Netflix led the global shift from DVDs to streaming and remains the top streaming service with a subscribership of over 221 million. The service creates productions known as Netflix Originals and acquires other titles through distribution deals. Netflix is the largest media company by market capitalization worldwide.
In early 2022, the company’s projected weaker subscription growth caused a dramatic dip in share value. Compared to its startup days, when it has virtually no competition, Netflix faces stiff competition from its rivals, influencing Netflix’s subscription growth.
Netflix’s C.E.O., Reed Hastings, responded to the share dip by purchasing shares worth $20 million to demonstrate that he considers the projections a minor setback rather than a precursor of darker days.
Institutional shareholders hold a majority of Netflix shares
Netflix is a publicly-traded company with several institutions and individuals owning company shares. Institutions own nearly 80% of Netflix shares, with The Vanguard Group possessing the largest holding at 7.8%.
Individuals hold the rest of the shares. The top individual shareholders of Netflix are Leslie J. Kilgore, David Hyman, Greg Peters, and the company’s C.E.O., Reed Hastings.
For years, Netflix’s board protested the supermajority voting rule on the election of board directors. Shareholders continually pressured the company to change that rule, but the board kept ignoring nonbinding shareholder resolutions.
In 2021, 81% of shareholders at the company’s annual general meeting voted for a change to a simple majority, representing the fifth time the shareholders had approved the resolution.
In early 2022, Netflix acquiesced to the decade-long request by shareholders in response to widespread unrest in the company. Netflix sent a letter to shareholders defending its past system and stating its intention to move to a simple majority model. The letter reads:
“While our current governance structure has served our shareholders extraordinarily well with a sustained period of substantial growth, we’ve clearly proven our business model. So the Netflix Board has decided to evolve to a more standard large-cap governance structure and will recommend several changes at our next annual meeting.”
Marc Randolph’s departure from the company promoted Reed Hastings to C.E.O
Reed Hastings was born in 1960 in Boston and graduated from Bowdoin College with a Bachelor of Arts in Mathematics. Hastings then enrolled in Stanford, earning a Master’s Degree in Computer Science. Hastings co-founded Pure Atria and sold it in 1997 for $700 million.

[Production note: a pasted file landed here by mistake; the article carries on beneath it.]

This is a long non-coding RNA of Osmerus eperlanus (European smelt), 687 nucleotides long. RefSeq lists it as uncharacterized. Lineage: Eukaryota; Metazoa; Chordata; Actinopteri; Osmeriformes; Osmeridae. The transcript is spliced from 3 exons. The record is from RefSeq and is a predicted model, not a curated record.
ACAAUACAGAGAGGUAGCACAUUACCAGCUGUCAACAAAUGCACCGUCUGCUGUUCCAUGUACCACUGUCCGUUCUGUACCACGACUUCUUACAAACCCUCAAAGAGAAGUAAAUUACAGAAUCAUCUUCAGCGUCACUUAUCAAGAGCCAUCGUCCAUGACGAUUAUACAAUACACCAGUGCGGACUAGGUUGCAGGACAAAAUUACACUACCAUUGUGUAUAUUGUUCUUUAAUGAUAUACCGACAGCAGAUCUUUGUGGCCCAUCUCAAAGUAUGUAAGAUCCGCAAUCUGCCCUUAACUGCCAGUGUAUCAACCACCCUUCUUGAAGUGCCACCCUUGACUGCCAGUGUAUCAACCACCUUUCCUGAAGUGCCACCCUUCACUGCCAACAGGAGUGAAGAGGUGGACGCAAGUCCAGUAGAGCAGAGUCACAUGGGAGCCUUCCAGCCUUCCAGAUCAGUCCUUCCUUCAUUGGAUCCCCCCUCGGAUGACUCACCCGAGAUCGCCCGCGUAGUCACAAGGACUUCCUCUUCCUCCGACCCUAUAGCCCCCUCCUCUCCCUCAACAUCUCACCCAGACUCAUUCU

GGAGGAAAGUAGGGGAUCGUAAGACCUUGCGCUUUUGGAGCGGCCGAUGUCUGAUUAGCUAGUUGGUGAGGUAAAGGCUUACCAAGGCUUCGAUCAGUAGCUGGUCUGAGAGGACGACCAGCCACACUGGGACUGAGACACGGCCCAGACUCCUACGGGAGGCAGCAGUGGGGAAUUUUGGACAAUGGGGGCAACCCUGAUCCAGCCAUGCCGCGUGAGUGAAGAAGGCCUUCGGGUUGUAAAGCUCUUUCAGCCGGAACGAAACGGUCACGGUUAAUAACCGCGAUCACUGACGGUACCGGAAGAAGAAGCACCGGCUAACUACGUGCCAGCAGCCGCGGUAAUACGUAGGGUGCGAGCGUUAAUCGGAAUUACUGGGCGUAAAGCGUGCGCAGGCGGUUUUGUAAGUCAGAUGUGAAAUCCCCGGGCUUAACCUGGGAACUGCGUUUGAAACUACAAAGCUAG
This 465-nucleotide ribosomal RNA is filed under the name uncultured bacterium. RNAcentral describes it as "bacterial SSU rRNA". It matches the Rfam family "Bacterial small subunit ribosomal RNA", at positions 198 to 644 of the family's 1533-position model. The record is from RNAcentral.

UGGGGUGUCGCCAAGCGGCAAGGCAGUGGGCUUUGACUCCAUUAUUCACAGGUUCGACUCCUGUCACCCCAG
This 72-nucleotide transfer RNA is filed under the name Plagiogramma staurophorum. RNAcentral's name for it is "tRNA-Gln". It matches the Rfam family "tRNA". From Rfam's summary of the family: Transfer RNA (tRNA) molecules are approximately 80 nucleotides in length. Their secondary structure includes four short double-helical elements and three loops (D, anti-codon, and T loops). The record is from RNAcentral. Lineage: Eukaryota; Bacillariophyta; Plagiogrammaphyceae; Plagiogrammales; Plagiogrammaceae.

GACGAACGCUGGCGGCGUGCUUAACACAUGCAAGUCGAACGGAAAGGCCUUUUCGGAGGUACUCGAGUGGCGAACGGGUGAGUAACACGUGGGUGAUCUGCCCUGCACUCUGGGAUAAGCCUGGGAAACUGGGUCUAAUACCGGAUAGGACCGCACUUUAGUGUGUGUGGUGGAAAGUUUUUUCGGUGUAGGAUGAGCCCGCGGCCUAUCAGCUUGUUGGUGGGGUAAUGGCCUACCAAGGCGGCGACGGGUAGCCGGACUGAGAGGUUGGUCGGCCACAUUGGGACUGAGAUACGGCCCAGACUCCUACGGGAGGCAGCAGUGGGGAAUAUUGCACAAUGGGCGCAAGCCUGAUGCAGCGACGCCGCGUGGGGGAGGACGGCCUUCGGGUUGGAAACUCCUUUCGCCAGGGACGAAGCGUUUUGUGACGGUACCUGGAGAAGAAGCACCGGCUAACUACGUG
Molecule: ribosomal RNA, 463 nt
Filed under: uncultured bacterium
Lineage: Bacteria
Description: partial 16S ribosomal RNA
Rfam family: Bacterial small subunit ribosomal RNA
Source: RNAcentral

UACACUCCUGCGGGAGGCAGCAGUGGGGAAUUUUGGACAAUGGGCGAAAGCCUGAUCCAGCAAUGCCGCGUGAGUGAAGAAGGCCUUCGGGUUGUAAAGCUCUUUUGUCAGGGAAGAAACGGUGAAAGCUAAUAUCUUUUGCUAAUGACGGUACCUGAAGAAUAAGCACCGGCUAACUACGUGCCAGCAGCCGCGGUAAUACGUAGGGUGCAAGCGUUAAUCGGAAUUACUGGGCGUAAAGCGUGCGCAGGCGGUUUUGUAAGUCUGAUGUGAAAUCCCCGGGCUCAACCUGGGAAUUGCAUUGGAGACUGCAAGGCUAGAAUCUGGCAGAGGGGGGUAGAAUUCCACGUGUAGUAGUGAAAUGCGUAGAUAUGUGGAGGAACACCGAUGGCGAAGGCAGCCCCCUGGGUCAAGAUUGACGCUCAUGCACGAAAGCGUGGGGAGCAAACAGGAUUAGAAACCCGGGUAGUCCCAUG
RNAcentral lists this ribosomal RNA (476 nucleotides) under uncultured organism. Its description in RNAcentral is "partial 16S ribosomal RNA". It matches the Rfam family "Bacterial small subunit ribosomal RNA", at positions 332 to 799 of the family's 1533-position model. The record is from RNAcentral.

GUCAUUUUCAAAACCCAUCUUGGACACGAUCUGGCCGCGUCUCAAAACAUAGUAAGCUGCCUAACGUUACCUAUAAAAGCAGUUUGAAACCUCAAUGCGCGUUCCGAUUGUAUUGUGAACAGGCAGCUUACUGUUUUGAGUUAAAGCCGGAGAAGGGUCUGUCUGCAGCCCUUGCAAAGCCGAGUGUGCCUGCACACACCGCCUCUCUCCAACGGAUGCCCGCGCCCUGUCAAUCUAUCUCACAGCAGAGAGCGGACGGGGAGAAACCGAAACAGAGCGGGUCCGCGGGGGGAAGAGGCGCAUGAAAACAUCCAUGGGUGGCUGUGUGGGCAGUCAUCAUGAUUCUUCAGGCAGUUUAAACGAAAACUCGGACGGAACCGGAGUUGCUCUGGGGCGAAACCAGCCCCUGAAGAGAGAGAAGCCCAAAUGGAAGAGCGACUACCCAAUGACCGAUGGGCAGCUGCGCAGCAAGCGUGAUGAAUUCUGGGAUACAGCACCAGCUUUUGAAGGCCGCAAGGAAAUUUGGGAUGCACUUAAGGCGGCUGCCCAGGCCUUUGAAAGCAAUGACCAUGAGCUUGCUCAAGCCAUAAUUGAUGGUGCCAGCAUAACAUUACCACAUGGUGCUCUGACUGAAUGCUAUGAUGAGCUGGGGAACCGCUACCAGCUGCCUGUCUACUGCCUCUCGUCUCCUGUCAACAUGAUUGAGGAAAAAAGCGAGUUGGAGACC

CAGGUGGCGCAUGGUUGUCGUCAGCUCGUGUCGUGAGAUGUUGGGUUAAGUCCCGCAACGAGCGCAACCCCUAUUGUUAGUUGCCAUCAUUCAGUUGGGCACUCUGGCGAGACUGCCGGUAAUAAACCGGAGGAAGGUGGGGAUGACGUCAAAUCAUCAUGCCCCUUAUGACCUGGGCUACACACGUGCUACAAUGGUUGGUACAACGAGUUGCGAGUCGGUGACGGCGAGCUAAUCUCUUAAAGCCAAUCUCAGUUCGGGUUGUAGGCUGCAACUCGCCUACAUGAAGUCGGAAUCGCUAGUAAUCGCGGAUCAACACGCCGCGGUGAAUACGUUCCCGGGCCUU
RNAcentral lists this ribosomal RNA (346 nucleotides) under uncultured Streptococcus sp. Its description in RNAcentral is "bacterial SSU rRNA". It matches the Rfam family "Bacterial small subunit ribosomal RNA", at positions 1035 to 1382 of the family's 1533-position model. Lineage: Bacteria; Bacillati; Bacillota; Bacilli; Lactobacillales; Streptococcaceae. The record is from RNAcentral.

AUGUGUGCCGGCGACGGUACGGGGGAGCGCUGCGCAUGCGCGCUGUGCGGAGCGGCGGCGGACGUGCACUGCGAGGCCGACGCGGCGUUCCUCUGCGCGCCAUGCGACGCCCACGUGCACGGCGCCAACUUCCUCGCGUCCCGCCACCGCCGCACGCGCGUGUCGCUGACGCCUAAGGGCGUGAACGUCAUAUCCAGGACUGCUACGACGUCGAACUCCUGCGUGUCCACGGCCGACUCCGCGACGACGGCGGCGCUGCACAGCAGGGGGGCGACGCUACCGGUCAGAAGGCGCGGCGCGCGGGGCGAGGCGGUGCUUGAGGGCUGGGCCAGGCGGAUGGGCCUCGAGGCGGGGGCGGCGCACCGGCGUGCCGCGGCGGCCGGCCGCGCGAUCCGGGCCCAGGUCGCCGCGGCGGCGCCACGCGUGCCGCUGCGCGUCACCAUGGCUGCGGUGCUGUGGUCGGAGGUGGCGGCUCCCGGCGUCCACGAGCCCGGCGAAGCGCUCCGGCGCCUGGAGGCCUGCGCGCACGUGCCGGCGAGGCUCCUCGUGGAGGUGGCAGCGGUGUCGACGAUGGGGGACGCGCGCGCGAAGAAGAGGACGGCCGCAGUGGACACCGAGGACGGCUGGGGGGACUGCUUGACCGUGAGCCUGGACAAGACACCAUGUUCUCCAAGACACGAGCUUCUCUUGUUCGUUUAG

Hastings and Marc Randolph came up with the idea for Netflix while driving between their homes in California. Reed presented the idea after paying a $40 late fee for Apollo 13. He told The New York Times:
“It was six weeks late and I owed the video store $40. I had misplaced the cassette. It was all my fault. I didn’t want to tell my wife about it. I said to myself, ‘I’m going to compromise the integrity of my marriage over a late fee?’ Later, on my way to the gym, I realized they had a much better business model. You could pay $30 or $40 a month and work out as little or as much as you wanted.”
Netflix launched at around the same time as the DVD boom. It offered a different service compared to other DVD rentals: customers paid a subscription fee for unlimited rentals without late fees, shipping fees, and handling fees.
It took six years for the radical business model to turn a profit. By then, co-founder Marc Randolph had stepped down as C.E.O., promoting Reed Hastings to the top position. He held a position in product development before leaving Netflix entirely in 2003.
In his memoir – That Will Never Work – Randolph writes that he resigned from the board to earn the freedom to sell his shares. “Banks and investors don’t usually view a high-ranking executive in the company selling off massive amounts of stock as a good thing,” he writes.
One might think that Randolph erred by leaving: Netflix has made Reed Hastings a billionaire. However, Marc insists that he made the right decision and makes enough to spend time with family and mentor other entrepreneurs.
Randolph didn’t leave Netflix because he thought it would fail: he’d completed his role and didn’t want to lead the company forward. “Unlike me, Reed is not only a phenomenal early-stage C.E.O. — he’s as good (or better) as a late-stage C.E.O.,” he writes.